We can add Salman’s case to this list. He has been charged under Section 66A after the police went through his Facebook profile after a complaint was filed against him for not standing up in the cinema hall. Even though Section 66A has been on the statute books since 2008, there is no data published by the National Crime Records Bureau about the FIRs registered or the arrests made. In its absence, all we have is this anecdotal evidence to show continued abuse.

Technical objections may be used to fault these illustrations. For instance, it can be argued that a wider trend cannot be established on such a small sample size or that data has been used selectively. This criticism does not mitigate the abuse which is apparent in these cases individually. For the persons arrested in these cases the safeguard implemented by the Supreme Court has been ineffective. It leaves one to question the defence of illegality in the process of implementation of Section 66A, as opposed to the principal provision itself. Salman’s case is precisely what Section 66A is meant for and used for. It is used through its abuse.

Offences under the Prevention of Insults to National Honour Act

The proper legislation under which any criminal offence should have been alleged (if any) is the Prevention of Insults to National Honour Act, 1971. The Act, under Section 3 provides that,
Whoever intentionally prevents the singing of the Indian National Anthem or causes disturbances to any assembly engaged in such singing shall be punished with imprisonment for a term, which may extend to three years, or with fine, or with both.

Here it is important to note that, it is not enough that a person does not sing the national anthem, but must also prevent its singing or cause a disturbance. Hence, the Supreme Court in the case of Bijoe Emmanuel v. State of Kerala ( (1986) 3 SCC 615) held that a prosecution under the Act for remaining silent when the national anthem is played in a school assembly violates the freedom of speech and expression under Article 19(1)(a). Though major parts of the Court’s opinion extend to the right of minorities to religion and faith preventing the petitioner from signing the national anthem, its determination on the refusal to sing along was also premised on the freedom to speech and expression.

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Further legal complications also exist for the prosecution of Salman under this law. The first is that the Union Government has issued orders for the enforcement of the Act. These orders define how, when, and where the national anthem will be played. They go towards permitting it to be played for ceremonial occasions and even suggesting that it should not be played unless proper decorum can be maintained. Surely, wedged between seats with barely enough place to stand while other movie goers jostle for space is not the best place to mark respect for the motherland.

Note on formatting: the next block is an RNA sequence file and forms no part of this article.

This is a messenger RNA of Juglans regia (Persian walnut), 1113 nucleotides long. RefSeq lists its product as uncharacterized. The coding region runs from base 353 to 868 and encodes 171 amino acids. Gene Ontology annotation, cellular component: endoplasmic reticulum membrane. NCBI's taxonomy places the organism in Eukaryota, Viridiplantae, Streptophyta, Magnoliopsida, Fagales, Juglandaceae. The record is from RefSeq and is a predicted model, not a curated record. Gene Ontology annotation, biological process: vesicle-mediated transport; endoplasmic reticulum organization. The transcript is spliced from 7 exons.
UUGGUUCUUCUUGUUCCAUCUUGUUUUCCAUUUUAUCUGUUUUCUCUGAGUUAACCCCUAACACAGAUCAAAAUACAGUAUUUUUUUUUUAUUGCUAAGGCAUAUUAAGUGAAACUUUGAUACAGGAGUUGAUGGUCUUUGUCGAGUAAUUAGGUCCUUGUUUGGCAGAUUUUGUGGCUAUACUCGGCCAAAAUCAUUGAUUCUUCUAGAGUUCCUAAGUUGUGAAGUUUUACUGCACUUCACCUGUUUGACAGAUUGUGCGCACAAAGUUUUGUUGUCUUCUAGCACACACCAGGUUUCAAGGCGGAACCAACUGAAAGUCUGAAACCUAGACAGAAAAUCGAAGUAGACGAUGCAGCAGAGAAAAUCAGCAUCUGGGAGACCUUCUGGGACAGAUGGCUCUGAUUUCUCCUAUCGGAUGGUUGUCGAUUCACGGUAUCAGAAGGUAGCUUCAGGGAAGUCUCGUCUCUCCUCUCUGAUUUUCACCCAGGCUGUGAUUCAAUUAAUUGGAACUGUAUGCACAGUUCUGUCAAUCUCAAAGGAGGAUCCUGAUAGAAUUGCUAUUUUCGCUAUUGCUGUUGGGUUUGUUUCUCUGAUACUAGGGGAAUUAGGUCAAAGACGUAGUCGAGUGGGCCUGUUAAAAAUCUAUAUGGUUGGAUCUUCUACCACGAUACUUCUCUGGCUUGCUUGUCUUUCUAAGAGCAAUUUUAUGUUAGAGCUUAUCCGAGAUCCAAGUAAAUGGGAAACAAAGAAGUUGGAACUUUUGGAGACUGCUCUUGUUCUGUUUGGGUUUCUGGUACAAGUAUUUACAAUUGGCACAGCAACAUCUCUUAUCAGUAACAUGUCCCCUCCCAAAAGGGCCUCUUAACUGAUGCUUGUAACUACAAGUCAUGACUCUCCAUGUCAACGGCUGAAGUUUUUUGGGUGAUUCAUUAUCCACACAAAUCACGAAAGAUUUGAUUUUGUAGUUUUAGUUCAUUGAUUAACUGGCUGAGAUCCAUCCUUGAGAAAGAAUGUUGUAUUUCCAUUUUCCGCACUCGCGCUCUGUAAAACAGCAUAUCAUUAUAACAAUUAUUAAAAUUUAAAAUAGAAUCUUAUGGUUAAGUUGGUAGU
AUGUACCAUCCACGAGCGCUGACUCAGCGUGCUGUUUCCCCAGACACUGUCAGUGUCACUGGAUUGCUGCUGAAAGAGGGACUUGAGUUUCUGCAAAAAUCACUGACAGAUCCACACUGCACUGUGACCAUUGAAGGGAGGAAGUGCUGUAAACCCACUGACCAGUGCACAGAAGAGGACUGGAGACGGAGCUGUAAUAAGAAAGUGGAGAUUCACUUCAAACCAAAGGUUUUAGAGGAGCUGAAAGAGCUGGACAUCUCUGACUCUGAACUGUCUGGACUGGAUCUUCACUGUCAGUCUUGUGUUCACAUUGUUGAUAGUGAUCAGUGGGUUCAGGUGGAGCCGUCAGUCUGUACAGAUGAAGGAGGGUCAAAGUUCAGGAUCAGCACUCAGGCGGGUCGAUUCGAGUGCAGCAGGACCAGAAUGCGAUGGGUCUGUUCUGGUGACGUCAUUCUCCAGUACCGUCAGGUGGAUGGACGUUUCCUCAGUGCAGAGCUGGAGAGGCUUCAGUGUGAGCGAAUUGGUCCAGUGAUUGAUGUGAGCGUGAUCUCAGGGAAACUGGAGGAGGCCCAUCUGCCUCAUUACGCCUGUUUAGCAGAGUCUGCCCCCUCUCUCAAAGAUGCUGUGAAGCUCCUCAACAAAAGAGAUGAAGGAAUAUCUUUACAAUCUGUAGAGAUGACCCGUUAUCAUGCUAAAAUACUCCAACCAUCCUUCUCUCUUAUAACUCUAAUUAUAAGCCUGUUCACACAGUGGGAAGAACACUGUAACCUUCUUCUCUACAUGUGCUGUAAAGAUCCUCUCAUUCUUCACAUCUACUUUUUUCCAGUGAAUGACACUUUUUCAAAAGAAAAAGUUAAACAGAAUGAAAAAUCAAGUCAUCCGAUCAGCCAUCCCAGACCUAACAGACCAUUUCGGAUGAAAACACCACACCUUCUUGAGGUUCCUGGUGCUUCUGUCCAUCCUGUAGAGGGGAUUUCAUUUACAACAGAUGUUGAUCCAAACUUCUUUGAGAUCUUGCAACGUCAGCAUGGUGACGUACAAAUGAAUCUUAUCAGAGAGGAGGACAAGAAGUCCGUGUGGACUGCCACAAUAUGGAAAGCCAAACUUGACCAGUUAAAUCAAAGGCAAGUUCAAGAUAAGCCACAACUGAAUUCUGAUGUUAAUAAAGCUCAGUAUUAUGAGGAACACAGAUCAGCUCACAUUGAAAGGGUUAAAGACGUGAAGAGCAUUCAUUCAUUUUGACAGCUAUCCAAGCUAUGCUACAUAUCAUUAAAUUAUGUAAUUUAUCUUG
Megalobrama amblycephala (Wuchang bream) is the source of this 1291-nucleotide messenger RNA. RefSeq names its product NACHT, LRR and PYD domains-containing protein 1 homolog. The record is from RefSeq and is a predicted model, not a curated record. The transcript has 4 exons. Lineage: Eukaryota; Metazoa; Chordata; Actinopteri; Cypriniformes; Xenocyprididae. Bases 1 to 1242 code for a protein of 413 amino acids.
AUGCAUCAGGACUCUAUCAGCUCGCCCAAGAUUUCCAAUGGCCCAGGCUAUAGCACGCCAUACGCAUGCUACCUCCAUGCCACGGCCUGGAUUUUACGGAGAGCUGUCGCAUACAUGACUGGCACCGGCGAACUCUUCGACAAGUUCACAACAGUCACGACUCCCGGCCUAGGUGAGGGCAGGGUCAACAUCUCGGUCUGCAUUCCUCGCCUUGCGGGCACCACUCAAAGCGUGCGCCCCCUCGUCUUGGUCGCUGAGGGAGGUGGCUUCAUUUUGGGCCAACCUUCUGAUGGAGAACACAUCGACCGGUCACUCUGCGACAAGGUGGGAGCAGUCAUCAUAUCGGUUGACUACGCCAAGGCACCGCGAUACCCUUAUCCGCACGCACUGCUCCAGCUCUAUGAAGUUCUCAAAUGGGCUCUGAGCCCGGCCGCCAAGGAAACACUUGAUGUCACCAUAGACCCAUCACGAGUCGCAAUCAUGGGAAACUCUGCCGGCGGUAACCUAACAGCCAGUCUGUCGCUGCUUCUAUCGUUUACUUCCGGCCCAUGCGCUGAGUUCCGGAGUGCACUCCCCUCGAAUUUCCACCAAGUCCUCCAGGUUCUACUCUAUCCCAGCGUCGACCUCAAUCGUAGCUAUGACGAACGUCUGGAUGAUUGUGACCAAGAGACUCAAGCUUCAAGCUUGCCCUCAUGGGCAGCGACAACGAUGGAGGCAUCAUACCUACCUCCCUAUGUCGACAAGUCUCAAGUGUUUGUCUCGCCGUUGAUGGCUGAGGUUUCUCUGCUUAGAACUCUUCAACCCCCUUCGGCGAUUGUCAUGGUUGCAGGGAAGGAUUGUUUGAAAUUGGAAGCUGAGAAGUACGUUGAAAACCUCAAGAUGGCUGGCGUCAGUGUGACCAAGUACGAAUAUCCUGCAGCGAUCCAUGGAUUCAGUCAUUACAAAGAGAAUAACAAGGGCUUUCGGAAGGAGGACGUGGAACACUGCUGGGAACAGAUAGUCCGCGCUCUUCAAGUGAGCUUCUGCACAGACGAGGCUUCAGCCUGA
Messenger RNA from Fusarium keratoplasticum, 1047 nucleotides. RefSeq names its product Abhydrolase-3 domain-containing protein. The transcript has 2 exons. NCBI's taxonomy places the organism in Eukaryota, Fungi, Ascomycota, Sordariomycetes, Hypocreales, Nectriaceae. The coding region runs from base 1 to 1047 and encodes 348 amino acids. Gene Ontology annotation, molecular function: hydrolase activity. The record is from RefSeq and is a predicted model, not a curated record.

The standing orders take this into consideration and mention that there is no obligation to stand if the national anthem is played, “in the course of exhibition”. The Supreme Court itself has noticed it in the case of Karan Johar v. Union of India ( (2004) 5 SCC 127) where it has stated that, “We are satisfied that in view of the instructions issued by the Government of India that the national anthem which is exhibited in the course of exhibition of newsreel or documentary or in a film, the audience is not expected to stand as the same interrupts the exhibition of the film and would create disorder and confusion, rather than add to the dignity of the national anthem.”.

Technical arguments may be advanced as to what constitutes, “in the course of exhibition” or whether sitting down when the national anthem was being played constitutes an offence under Section 3. Even facts may be disputed. There are versions which say that Salman was part of a group of students who passively kept sitting when the national anthem was played. In sum and substance, the offences alleged even with respect to Prevention of Insults to National Honour Act, 1971 will need to be investigated and put through a process of trial. Even then enough defences exist in law. A criminal process is launched which will not end at least for a decade merely because a person failed to stand up when the national anthem was played. Accused for this, Salman was jailed for more than a month. He has arrested on August 20, 2014 and was granted bail on September 22, 2014. Before availing his liberty, he had to execute a bail bond of two lakh rupees. Bail is not the end. The case will continue to drag on through years of trial. The wheels of justice will move slow and grind fine. In the meantime, Salman may go to watch another movie with his friends. But if the national anthem plays, it is questionable what he will feel for the country – love or fear.

(Disclosure and a personal note: I have represented Mr. Aseem Trivedi in the Supreme Court of India for his impleadment in the Shreya Singhal Petition and have been part of PUCL’s legal team in its challenge to Section 66A, the Intermediary Rules, 2011, and the Blocking Rules, 2009. This article contains an accurate and truthful report of court proceedings and is premised on a legal analysis of provisions and their implementation. While I am respectful of the pendency of these cases, the rule of sub-judice does not prevent comment on issues which involve considerable public interest during such pendency. Such comment is also necessary given that penal provisions are continuously being used to arrest any person voicing dissent.)

Apar Gupta is a partner at Advani & Co., and was recently named by Forbes India in its list of thirty Indians under thirty years of age for his work in media and technology law.

Human Rights

Not just false fire alarms: time to re-examine Indian laws that limit speech and expression

AparGupta_freedomofspeechA terse ruling by the United States Supreme Court in Shenk v. United States (1919) contains a powerful metaphor on legal arguments about the freedom of speech and expression. “The most stringent protection of free speech”, Justice Holmes said speaking for the Court, “would not protect a man in falsely shouting fire in a theatre and causing a panic”. Even though the Court has since moved away from it as a legal standard (Brandenburg v. Ohio (1969)), it continues to clearly illustrate the idea that the freedom of speech and expression is a conditioned right subject to constitutional limitations. For instance, the Supreme Court of India quoted Justice Holmes in the Ramlila Maidan Incident Case (2012).

Original limitations on free speech